Every bottlenose dolphin has its own distinct high-pitched whistle. The marine mammals use these whistles to identify one another and to communicate and maintain bonds. They can even mimic the whistles of close friends and family.
“A signature whistle is often said to be similar to a name because it is individually distinct and serves to identify the animal,” Brittany Jones, a researcher at the National Marine Mammal Foundation, tells NBC News’ Sarah Sloat.
Previous research has shown that groups of dolphins tend to develop different styles of whistling, but why dolphins develop these styles is still unclear, per a statement.
In a new study published in Scientific Reports, scientists found that the location and population demographics of bottlenose dolphins, genus Tursiops, influence differences in these signature whistles even more so than genetics.
Researchers collected 188 hours of recorded acoustic data from common bottlenose dolphins in the Mediterranean Sea and analyzed the differences in whistles between six distinct populations. They found that, like regional accents in humans, the dolphins had similarities in their signature whistle based on where they lived.
For instance, dolphins living in areas with seagrass had higher pitched and shorter signature whistles compared to dolphins in areas where the sea bottom was muddy, per the statement. Why this occurs is hinted at in the paper: “Sound transmission in shallow water is highly variable and depends on bottom sediments…temperature gradients, freshwater inputs, obstacles in the sound path and the interactive effect between the sediment and plants (such as seagrass meadows) and/or animals (like benthic in-fauna) that live on the bottom.”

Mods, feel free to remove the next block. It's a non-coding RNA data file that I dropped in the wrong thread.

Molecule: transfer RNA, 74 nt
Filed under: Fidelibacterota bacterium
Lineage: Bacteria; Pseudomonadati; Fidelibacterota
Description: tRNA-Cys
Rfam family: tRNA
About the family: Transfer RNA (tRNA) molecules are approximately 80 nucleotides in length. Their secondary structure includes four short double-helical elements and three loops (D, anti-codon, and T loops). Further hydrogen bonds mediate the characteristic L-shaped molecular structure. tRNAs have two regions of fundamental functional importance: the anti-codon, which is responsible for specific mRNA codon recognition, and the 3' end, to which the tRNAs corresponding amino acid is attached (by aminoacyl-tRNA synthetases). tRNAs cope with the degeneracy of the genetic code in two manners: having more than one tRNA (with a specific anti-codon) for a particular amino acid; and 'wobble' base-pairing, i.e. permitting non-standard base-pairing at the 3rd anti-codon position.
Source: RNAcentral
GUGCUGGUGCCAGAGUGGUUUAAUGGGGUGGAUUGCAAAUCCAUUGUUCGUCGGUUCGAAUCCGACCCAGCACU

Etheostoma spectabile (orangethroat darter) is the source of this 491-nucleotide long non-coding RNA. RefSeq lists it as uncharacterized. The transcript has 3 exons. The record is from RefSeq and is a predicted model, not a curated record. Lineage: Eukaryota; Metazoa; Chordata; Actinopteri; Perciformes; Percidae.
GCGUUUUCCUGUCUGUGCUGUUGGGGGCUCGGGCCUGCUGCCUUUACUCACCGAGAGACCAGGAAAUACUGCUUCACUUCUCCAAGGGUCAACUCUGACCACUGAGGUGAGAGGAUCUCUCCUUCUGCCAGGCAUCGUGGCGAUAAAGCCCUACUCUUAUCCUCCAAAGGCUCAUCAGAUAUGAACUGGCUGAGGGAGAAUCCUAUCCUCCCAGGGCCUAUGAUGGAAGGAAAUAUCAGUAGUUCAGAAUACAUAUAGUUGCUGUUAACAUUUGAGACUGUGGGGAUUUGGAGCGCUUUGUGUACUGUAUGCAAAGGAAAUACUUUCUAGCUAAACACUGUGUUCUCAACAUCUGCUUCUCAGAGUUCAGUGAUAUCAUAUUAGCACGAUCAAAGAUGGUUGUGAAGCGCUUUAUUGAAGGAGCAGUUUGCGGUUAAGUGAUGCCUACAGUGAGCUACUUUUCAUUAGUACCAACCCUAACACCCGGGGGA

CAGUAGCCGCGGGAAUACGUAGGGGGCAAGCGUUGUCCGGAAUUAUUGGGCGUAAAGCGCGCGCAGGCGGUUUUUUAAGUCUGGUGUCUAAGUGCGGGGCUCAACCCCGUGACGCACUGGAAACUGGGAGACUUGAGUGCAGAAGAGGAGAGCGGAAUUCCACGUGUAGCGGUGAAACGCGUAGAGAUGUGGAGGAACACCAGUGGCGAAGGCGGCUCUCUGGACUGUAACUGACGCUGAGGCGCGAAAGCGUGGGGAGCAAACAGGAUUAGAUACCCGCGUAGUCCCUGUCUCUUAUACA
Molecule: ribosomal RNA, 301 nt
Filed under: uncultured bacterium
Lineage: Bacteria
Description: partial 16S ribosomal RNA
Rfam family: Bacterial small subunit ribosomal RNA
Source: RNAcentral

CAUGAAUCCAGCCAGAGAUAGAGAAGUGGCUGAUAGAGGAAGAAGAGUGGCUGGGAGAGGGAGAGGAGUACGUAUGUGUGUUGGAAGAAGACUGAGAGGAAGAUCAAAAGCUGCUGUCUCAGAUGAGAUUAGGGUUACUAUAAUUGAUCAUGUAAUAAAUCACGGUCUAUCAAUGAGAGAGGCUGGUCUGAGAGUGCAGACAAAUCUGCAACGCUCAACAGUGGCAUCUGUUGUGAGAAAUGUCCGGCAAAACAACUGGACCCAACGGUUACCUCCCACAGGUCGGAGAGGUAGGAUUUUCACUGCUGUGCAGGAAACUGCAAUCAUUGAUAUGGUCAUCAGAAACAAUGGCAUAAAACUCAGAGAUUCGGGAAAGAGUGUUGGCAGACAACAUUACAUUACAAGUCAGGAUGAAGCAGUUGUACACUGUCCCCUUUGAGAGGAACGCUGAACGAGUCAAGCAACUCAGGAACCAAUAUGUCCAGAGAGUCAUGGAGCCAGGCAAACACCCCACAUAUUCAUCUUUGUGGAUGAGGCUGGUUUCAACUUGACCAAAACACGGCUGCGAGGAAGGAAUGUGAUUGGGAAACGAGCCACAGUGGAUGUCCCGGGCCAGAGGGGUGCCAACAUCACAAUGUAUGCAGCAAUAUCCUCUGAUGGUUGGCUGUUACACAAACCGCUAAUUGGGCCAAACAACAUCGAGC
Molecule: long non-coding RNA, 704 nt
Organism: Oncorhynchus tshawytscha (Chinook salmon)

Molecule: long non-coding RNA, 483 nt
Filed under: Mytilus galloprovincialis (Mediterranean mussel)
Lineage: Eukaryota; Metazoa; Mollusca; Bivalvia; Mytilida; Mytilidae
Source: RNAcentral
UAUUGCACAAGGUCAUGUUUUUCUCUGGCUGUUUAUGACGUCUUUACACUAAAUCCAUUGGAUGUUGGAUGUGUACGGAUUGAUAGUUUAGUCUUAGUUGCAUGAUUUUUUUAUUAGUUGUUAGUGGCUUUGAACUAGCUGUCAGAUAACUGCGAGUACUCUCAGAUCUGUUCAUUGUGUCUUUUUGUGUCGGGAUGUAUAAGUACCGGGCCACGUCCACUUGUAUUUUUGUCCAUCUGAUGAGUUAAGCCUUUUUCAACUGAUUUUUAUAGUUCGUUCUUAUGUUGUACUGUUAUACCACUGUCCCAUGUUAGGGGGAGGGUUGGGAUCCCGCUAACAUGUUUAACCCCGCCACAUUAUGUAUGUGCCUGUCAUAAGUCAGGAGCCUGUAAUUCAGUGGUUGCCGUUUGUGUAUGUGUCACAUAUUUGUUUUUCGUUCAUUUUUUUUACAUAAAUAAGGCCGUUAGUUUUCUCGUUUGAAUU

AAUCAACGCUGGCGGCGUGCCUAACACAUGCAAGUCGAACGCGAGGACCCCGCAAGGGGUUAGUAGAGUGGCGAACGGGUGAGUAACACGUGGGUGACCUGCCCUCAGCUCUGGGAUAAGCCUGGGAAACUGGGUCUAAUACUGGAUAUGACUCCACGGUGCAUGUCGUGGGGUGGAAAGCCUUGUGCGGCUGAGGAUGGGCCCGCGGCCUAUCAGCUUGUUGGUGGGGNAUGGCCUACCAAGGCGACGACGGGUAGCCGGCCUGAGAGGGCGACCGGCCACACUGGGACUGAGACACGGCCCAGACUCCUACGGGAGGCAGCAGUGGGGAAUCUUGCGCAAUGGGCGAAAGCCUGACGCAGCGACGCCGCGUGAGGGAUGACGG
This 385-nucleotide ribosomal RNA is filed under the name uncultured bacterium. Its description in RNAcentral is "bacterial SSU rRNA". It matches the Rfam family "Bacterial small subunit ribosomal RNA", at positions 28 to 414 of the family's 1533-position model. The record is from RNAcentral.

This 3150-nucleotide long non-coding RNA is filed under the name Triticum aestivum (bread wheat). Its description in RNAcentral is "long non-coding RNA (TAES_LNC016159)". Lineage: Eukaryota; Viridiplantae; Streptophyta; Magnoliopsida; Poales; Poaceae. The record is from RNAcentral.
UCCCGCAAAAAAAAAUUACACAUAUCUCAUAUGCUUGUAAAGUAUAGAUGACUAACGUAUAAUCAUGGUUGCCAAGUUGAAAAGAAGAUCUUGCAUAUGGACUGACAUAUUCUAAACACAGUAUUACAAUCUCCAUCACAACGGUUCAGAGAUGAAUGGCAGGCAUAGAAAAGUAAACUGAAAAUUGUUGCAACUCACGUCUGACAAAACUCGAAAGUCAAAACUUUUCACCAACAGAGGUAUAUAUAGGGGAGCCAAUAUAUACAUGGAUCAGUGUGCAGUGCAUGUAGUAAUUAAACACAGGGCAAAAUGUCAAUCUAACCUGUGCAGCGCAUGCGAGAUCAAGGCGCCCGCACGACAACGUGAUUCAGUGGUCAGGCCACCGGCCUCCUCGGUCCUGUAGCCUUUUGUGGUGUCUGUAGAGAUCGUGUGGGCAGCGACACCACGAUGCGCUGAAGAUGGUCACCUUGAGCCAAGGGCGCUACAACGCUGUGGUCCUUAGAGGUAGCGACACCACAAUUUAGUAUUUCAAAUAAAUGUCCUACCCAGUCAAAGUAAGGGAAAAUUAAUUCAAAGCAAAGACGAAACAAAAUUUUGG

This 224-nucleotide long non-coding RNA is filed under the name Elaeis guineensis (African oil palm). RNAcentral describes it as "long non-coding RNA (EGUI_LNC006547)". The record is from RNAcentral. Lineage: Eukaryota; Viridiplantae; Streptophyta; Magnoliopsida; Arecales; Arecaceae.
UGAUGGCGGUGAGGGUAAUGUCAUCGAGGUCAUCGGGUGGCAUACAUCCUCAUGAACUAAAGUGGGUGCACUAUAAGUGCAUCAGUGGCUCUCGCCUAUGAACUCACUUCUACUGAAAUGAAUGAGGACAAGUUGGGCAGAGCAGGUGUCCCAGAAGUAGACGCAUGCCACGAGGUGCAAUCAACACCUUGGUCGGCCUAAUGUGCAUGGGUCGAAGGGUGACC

The size of populations also had an effect on the development of whistles—smaller populations had more changes in pitch in their whistles than larger populations. Together, the paper concludes that both environmental conditions and the demographics of a group of dolphins contribute heavily to signature whistles.
Other studies have looked at the development of whistles in specific subpopulations, like bottlenose dolphins in the waters around Florida, Portugal and Namibia, but this study is a first for its width and breadth in study area, with a larger study area than any previous research.
“The study provides the first evidence that the genetic structure, which distinguishes the eastern and western Mediterranean bottlenose dolphin populations, has no strong influence on the acoustic structure of their signature whistles, and that the geographical isolation between populations only partially affected whistle variability,” per the authors.
The study states that data on ambient noise and vessel traffic was not available for all sites, so those factors could not be included in the research. However, previous studies have shown that high noise levels from vessels “can have a strong influence on whistle structure,” the authors write, though noise alone is not enough to explain differences in whistles.
“I would like people to reflect on the importance of the acoustic environment in which dolphins live for the development and maintenance of their communication,” study lead author Gabriella La Manna, a marine biologist at the University of Sassari in Italy, tells Earth.com’s Andrei Ionescu. “Human activities, such as commercial shipping and nautical traffic, can severely affect this fundamental aspect of dolphins’ life. ”
Another recent study showed that bottlenose dolphins also recognize each other from the taste of their urine.